Each year I help over 500 clients file their Canadian and US tax returns as well as plan for both their Canadian and US investment accounts. I also regularly help new US clients plan for their move to Canada.
1. US Citizens File Taxes Even When They Are Outside the US
US citizens moving to Canada will still be required to file US taxes even though they no longer reside in the US. Tax filings will be required based upon their US citizenship rather than traditional physical residency.
Not only do US citizens need to continue to file US 1040 income tax returns, they will need to ensure additional foreign reporting forms are completed. Engaging an experienced cross border tax professional will be very important.
2. You Won’t Need to Pay Canadian Tax on Accumulated Gains to Canada
When you become a tax resident of Canada your previous gains accumulated before you entered are protected from Canadian tax. Technically speaking, the adjusted cost basis of your investments and property is increased to the fair market value at the date of your entry.
Proper tax planning is often warranted to ensure investments and real property are sold in a tax efficient manner either before or after entering Canada.
3. You May Not Be Able to Keep Your US Investments While in Canada
Non-residents of the US are not legally allowed to maintain non-registered (non-retirement accounts) accounts in the US. Although, as a US citizen, you are still required to file US taxes you are considered a non-resident of the US for purposes of opening or maintain a US investment account.
Discussing your asset mix and related investment structure with an investment specialist is highly advisable before you enter Canada to ensure you don’t run into any unwanted surprises down the road.
4. You May Want to Liquidate Some Assets Before you Enter Canada
As discussed above it may be advantageous to liquidate some of your assets before entering Canada. Tax and investment planning before you enter Canada becomes extremely important as you have fewer options once you become a tax resident of Canada.
For example, reviewing principal residence or ROTH IRA strategies before the move can save a significant amount of tax in the future.
5. You May Want to Review Your Investments Before Entering Canada
Having a competent cross border tax and financial planner review your investments before you enter is necessary to ensure all opportunities and pitfalls are considered. Once you become a resident of Canada some planning opportunities become unavailable.
I speak to many newcomers to Canada that have failed to contact a professional before entering the country. At that point their options are greatly reduced. Don’t let this happen to you.
6. You Will be Subject to 2 Different Estate Tax Regimes
Some US Citizens are not aware that although you have left the US, you will still be required to file US tax returns as a Canadian resident. US taxation and reporting is required based on citizenship and not residency.
In addition to regular 1040 income tax returns, US citizens living in Canada are subject to additional foreign reporting requirements such as FBAR forms (reporting of your Canadian and non-US financial accounts). Penalties for late filing of these forms can be as high as $10,000, therefore it is highly advisable that you seek out a knowledgeable tax professional to help you navigate your cross border tax filings.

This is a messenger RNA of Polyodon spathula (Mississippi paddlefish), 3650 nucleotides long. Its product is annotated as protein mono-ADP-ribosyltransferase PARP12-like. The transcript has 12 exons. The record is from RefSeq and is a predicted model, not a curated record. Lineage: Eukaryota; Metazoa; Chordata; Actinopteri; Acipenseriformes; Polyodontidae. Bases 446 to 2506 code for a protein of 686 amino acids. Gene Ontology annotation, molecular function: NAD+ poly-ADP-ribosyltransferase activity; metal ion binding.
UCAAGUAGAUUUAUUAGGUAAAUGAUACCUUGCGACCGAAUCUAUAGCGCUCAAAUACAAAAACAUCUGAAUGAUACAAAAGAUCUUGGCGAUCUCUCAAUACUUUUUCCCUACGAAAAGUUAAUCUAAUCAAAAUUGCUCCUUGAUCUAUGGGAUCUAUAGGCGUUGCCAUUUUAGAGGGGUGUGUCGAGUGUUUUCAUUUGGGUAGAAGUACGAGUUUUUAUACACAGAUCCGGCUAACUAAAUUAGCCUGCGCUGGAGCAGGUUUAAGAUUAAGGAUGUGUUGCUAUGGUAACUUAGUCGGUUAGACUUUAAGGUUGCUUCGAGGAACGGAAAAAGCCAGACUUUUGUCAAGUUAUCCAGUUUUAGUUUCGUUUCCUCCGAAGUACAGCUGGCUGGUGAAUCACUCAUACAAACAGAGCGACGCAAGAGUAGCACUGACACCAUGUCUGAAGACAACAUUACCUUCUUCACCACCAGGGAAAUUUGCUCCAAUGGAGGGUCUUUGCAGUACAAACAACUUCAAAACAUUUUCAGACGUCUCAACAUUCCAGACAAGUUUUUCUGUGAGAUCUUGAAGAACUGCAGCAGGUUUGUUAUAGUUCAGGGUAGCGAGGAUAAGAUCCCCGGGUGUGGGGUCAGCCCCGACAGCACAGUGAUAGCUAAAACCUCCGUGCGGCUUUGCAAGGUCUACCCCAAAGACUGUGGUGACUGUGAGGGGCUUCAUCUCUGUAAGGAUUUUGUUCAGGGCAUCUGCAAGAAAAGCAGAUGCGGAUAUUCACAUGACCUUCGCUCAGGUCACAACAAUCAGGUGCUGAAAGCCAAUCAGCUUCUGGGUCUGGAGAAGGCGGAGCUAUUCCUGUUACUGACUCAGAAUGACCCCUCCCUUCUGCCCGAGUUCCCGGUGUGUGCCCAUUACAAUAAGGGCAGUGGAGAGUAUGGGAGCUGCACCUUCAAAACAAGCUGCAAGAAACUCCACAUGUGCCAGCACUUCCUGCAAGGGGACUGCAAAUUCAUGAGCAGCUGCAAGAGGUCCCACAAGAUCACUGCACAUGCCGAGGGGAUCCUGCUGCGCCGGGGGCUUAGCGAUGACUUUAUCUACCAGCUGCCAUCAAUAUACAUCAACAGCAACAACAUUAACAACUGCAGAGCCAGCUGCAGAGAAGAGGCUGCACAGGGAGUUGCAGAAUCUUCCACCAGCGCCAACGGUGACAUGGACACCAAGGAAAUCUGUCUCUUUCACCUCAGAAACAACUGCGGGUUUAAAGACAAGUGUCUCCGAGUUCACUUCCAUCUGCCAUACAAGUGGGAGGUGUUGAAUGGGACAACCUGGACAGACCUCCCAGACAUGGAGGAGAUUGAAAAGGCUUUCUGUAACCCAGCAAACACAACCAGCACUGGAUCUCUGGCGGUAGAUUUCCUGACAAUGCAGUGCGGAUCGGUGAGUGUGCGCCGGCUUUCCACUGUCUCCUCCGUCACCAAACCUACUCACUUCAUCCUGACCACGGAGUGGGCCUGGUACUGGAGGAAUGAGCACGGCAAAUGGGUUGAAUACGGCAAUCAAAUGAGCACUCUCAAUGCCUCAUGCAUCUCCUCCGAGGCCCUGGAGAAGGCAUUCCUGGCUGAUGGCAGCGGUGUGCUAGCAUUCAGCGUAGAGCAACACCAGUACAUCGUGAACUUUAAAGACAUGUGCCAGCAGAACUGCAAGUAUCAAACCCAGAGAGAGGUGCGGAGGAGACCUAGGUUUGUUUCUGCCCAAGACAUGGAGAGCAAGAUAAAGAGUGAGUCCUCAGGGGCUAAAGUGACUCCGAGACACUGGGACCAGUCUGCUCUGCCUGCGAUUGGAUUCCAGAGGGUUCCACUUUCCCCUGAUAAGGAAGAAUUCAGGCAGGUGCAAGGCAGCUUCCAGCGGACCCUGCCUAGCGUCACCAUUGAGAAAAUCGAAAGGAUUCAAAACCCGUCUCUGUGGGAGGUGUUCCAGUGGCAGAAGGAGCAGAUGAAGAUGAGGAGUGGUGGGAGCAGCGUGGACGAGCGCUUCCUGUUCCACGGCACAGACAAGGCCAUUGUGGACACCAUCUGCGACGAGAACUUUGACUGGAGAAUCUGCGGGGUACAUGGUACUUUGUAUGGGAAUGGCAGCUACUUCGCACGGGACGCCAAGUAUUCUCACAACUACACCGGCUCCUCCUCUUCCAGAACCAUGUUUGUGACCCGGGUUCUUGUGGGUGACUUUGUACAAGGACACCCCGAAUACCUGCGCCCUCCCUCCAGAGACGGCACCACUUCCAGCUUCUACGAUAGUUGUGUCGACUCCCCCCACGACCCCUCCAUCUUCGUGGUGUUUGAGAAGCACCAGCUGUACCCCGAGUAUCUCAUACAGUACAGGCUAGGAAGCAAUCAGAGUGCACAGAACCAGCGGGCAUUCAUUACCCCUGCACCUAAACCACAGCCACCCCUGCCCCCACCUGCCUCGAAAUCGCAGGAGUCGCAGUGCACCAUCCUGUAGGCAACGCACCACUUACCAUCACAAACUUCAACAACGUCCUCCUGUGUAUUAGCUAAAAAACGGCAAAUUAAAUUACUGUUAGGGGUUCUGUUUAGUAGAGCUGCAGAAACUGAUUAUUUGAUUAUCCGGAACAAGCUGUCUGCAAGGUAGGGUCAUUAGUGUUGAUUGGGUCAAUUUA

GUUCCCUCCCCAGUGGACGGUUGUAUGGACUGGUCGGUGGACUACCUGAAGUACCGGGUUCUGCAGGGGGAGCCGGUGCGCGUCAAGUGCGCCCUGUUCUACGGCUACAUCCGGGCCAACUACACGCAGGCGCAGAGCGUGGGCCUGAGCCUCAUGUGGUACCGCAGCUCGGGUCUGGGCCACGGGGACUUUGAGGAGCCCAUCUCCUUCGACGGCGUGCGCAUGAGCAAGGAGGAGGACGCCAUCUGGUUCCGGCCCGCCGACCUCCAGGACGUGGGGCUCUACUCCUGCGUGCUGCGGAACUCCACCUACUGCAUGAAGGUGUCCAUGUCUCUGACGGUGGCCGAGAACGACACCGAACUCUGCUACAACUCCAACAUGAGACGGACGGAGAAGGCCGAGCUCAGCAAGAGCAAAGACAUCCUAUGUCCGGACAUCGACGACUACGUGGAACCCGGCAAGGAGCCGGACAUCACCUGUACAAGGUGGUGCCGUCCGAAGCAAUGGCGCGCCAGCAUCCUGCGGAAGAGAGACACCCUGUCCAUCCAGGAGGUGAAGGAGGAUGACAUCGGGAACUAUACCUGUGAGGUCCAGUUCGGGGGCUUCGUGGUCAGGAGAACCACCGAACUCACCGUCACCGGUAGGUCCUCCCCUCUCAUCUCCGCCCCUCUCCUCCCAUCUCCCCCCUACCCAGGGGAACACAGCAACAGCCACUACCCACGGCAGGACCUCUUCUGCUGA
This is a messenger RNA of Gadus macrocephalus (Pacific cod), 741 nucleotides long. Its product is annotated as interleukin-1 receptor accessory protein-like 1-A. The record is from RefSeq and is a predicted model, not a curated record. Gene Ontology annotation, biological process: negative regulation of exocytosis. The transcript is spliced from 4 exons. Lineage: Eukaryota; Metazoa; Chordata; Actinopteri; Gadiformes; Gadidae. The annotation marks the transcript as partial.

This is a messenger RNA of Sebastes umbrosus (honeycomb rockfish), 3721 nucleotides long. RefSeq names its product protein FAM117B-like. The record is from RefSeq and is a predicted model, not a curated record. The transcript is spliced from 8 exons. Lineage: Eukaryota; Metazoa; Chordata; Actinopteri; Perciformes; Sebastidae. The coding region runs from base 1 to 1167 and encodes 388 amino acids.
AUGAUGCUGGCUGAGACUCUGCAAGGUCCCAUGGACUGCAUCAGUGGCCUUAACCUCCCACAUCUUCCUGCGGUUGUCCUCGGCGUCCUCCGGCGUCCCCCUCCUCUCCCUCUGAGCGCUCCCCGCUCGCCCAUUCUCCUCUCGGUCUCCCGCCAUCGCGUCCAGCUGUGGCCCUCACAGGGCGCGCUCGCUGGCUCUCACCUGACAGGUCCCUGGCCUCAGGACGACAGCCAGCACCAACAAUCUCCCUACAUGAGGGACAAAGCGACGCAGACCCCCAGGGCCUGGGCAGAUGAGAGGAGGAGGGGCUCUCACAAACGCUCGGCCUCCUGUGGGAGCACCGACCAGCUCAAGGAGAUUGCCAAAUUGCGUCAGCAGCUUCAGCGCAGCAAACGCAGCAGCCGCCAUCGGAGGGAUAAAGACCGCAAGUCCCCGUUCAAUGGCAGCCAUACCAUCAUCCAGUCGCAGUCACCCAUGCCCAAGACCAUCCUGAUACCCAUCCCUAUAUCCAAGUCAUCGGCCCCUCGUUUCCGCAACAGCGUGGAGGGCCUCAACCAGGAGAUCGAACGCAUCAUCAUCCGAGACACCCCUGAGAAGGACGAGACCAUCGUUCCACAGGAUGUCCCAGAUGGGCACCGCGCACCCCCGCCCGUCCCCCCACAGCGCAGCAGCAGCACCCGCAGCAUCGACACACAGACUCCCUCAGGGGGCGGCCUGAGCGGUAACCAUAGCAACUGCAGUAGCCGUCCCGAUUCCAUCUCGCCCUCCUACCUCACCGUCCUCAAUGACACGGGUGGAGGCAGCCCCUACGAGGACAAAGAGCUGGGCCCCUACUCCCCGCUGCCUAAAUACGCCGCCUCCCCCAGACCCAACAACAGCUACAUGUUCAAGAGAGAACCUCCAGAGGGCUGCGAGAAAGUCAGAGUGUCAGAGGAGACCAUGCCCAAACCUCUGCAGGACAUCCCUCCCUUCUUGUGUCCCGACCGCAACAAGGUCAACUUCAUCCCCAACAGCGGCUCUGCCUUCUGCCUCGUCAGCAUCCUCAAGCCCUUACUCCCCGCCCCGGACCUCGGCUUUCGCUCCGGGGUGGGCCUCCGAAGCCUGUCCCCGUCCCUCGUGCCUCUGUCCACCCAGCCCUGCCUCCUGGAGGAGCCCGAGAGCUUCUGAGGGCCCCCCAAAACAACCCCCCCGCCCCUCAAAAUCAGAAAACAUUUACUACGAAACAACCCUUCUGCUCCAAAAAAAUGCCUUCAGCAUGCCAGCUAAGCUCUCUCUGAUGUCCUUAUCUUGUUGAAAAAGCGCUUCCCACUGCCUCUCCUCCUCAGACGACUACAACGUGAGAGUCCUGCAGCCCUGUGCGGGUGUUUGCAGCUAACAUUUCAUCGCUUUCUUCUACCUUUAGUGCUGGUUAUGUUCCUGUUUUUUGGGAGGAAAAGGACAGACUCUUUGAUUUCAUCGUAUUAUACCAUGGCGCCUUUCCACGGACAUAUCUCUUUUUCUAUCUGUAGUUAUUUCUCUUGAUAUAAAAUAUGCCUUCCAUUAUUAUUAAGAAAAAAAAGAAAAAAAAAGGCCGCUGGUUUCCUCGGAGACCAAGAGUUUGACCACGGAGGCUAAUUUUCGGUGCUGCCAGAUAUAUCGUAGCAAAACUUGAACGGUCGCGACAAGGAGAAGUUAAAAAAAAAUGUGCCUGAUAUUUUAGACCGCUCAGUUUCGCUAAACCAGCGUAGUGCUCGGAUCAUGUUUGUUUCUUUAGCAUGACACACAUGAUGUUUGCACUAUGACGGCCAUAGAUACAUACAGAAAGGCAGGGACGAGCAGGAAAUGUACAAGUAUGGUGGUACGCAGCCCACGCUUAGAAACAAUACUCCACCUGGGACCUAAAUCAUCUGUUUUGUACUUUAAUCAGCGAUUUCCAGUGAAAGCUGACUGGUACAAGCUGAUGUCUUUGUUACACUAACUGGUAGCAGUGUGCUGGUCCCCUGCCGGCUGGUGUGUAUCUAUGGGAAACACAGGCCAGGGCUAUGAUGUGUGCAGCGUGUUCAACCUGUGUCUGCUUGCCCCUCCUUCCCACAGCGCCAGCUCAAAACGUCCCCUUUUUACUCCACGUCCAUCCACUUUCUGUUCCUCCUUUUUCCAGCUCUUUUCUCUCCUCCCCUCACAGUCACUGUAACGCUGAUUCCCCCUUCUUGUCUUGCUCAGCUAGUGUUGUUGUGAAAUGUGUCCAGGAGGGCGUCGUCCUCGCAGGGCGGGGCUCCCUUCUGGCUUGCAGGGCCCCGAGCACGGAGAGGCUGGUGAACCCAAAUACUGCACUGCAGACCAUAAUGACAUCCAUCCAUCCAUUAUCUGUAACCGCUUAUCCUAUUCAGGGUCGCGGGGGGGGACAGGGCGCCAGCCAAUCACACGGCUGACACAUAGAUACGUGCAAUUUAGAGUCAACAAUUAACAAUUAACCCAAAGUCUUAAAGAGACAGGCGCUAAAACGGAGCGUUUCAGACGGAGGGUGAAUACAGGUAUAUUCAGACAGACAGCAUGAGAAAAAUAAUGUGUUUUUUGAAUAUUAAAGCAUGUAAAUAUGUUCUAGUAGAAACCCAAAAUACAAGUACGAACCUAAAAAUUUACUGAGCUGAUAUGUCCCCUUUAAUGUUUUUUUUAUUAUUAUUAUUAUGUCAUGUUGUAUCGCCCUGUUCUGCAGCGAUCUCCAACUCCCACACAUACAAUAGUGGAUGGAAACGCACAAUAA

7. The US Government Will Want to Know What Canadian Assets You Own
As mentioned above, in addition to regular 1040 returns you will also be required to complete foreign financial account reporting forms to the US Treasury department. The US government likes to keep tight tabs on the assets of its Citizens. It accomplishes this objective by requiring taxpayers outside of the country to file FBAR forms.
Form 114 requires that a taxpayer disclosure the highest balance in all her foreign (foreign to the US) financial accounts. Form 114 and related instructions can be viewed here.
8. Receive Specific Amounts of Income Before Entering Canada
In many cases, depending on the US state from which you are moving, Canadian taxes will be higher than your previously combined Federal and State taxes payable. If you are anticipating receiving a large bonus, retirement allowance or IRA distribution it could be beneficial to receive the income before moving to Canada.
Depending on your current tax rate, planning for such strategies could result in significant tax savings.
9. If Your Spouse is Not a Canadian Citizen They Will Need to Apply for Their Canadian Permanent Residency
The specifics of spousal immigration are beyond the scope of this article, however although the media may lead you to believe that anyone can simply “move to Canada” the rules certainly do not allow for such a move. If you do have a sponsor you may be able to obtain Canadian permanent residency. Your PR status would be similar to what we would consider a Canadian Green Card.
Non-US citizens may be eligible for working Visas or permanent residency if they meet certain criteria. Contacting a Canadian immigration lawyer to help with your non-Canadian spouse’s entry status is imperative.
10. Find a Cross Border Team That Can Work Together
From taxes, investments, immigration and legal issues, moving to Canada can result in many challenges and complexities. Finding a good team consisting of a cross border tax accountant, investment advisor and immigration lawyer is key to a seamless move across the border. Contact me today at Phil@PhilHogan.com and I’ll be happy to connect you.